First one month after Dad’s leaving, my brother and I tried to look for any videos left which had Daddy’s voice on it. Glady we found two videos which were taken when Dad travelled Malaysia. As odd as it sounds, the moment I played the video and heard Dad’s vaugely voice was such a moment of joy. It just feels like having him around again. Real yet unreal.
Three weeks ago, I went to the bookstore and saw this book “The First Phone Call From Heaven”. I was so carried away by this piece from Mitch Album.
The book told a story about people in Coldwater, Michigan, that were shocked by the calls received from their deceased relatives. Some were happy to be connected to their sister, son, or close friends even for 30 seconds talk, while others tried hard to prove that the calls were just a make up, unreal.
Reading the book, I am relieved to know that somewhere out there, people somehow have this desire to recall the past, through the voice. I believe that those who read this book more or less must have the similar feeling as I had. (This is probably why people love fiction, isn’t it? It helps you picture the unreal thing, real.)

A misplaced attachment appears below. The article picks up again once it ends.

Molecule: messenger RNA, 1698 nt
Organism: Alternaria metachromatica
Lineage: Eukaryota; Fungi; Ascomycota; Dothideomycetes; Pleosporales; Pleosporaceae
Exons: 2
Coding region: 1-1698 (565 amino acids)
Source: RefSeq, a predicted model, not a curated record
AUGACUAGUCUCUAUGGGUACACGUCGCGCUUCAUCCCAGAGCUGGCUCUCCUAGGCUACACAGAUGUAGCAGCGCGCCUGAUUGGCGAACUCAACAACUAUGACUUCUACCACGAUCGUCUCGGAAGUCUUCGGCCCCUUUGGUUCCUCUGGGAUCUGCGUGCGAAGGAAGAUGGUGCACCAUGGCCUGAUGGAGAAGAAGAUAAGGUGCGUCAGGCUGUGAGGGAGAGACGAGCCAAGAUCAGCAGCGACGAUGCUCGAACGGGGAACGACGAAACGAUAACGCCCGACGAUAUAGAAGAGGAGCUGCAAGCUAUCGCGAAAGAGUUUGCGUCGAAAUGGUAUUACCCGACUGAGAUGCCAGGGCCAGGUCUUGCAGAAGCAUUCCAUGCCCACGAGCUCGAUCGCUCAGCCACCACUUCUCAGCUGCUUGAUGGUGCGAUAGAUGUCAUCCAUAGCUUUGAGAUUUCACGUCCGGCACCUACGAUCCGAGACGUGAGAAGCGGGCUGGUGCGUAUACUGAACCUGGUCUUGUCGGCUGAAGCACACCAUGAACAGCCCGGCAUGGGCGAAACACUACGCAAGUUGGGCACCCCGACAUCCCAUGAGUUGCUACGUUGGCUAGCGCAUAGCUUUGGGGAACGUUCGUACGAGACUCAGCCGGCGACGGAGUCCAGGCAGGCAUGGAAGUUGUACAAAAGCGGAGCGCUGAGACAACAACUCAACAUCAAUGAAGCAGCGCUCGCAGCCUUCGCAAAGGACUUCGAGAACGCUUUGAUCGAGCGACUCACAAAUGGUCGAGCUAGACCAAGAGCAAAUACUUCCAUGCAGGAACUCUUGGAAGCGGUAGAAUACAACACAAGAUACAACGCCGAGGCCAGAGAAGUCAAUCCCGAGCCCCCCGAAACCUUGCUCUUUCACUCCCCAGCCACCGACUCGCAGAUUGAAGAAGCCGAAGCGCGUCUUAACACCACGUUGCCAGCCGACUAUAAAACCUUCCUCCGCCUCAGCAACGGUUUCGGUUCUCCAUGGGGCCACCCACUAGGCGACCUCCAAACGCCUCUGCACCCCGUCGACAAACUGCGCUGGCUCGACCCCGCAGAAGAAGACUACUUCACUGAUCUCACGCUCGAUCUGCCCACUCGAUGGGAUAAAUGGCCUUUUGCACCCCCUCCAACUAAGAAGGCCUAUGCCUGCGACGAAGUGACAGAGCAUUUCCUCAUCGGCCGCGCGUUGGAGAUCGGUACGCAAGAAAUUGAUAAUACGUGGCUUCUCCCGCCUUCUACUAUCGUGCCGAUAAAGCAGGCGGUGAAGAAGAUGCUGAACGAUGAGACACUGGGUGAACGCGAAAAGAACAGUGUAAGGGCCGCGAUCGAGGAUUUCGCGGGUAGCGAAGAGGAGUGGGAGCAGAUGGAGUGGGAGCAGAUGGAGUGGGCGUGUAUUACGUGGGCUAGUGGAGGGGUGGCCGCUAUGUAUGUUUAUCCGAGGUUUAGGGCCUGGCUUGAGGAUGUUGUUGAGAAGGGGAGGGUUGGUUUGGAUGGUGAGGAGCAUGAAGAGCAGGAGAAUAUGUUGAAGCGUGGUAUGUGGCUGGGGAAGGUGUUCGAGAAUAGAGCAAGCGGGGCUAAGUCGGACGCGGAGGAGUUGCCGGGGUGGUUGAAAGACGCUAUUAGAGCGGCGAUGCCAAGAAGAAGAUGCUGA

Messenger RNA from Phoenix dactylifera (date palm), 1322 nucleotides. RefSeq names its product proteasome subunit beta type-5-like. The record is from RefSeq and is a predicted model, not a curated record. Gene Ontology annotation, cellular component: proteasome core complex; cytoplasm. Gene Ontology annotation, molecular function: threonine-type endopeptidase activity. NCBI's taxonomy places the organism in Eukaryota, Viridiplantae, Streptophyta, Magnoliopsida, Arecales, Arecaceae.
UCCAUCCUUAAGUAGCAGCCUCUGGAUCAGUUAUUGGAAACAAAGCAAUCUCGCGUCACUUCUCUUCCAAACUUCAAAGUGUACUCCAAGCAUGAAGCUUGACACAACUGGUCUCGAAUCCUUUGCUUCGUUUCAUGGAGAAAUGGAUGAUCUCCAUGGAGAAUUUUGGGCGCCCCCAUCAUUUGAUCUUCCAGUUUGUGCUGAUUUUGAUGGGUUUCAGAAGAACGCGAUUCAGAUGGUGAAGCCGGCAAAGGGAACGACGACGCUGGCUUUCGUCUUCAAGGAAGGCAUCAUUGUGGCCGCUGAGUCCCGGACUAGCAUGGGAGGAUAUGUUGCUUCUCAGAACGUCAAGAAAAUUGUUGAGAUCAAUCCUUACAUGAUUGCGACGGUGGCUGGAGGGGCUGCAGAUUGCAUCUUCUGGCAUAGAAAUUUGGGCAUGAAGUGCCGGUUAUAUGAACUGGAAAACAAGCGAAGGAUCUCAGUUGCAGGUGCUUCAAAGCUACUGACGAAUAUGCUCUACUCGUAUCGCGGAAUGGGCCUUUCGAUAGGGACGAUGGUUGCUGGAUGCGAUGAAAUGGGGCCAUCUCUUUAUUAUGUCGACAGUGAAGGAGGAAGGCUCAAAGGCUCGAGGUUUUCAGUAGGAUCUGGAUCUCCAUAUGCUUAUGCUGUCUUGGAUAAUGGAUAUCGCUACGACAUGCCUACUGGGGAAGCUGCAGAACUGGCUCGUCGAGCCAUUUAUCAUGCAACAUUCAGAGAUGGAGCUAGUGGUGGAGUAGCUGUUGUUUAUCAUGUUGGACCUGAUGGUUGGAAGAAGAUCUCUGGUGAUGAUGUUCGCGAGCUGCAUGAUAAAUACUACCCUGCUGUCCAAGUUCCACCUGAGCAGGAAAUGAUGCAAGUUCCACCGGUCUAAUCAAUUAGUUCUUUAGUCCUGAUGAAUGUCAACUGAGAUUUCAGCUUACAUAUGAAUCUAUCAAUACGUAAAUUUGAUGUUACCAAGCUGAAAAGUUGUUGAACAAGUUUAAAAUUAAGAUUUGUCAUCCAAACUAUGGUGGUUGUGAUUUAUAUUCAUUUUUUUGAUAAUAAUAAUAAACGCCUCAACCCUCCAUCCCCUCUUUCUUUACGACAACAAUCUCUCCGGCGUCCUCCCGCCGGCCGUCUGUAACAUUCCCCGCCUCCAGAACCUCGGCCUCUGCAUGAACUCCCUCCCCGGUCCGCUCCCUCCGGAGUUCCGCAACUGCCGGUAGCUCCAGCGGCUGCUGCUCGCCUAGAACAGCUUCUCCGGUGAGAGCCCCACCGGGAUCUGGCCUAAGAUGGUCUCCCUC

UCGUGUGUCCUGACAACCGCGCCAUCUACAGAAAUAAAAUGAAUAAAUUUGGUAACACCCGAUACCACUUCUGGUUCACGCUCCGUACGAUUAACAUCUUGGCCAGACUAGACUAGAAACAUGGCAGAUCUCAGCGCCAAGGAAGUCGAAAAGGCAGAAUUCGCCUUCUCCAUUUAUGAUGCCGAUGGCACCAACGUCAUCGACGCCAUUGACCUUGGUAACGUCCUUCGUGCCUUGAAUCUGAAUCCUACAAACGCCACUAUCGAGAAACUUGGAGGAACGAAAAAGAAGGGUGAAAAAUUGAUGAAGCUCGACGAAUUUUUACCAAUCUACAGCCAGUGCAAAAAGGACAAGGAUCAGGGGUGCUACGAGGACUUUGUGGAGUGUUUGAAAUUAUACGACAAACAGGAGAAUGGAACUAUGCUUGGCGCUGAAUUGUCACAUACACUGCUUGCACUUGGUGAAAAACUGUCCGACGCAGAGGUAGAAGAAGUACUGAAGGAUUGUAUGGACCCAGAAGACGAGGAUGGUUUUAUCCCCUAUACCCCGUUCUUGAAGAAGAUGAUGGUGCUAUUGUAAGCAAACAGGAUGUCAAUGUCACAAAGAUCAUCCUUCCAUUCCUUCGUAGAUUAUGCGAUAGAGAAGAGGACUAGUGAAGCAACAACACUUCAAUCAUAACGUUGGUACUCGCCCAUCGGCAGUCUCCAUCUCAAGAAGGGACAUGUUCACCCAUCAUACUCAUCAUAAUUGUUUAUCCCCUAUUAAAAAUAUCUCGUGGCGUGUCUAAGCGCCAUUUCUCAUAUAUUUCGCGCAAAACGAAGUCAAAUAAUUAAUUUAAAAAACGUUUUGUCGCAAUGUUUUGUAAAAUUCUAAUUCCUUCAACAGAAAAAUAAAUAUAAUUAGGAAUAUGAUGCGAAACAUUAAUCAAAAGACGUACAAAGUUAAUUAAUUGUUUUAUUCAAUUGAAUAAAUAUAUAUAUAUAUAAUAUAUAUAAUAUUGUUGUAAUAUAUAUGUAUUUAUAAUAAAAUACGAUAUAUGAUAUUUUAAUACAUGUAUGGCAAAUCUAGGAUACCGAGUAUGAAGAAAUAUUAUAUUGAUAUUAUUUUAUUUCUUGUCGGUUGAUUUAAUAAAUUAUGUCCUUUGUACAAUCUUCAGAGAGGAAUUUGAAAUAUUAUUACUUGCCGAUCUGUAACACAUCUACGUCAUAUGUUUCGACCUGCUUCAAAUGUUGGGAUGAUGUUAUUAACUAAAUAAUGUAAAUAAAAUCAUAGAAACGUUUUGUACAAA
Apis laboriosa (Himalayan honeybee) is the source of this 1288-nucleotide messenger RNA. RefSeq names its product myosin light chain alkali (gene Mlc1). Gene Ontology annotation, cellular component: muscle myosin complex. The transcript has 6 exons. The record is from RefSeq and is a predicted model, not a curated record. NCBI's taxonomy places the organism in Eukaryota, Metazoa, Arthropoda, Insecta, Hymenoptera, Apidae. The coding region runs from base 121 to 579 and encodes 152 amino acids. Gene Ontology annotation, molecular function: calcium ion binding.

And, beside the story itself, Albom also gave a brief story about how Alexander Bell invented the call. There’s also a romantic part of Alexander with Manel, the love of his life, who was deaf. So, enjoying the fiction and knowing the history at one time. Throwing two birds in one stone. :)
Had it not been for a man’s love for a woman, making him jump aboard the train, Bell’s phone might never have found an audience. Once it did, life on earth was altered forever. (p. 83).
We call out; we are answered. It has been that way from the beginning of belief, and it contunues to this very moment, when late at night, in a small town called Coldwater, a seven-year-old boy hears a noise, opens his eyes, lifts a blue toy to his ear, and smiles, proving heaven is always forever around us, and no soul remembered is ever really gone.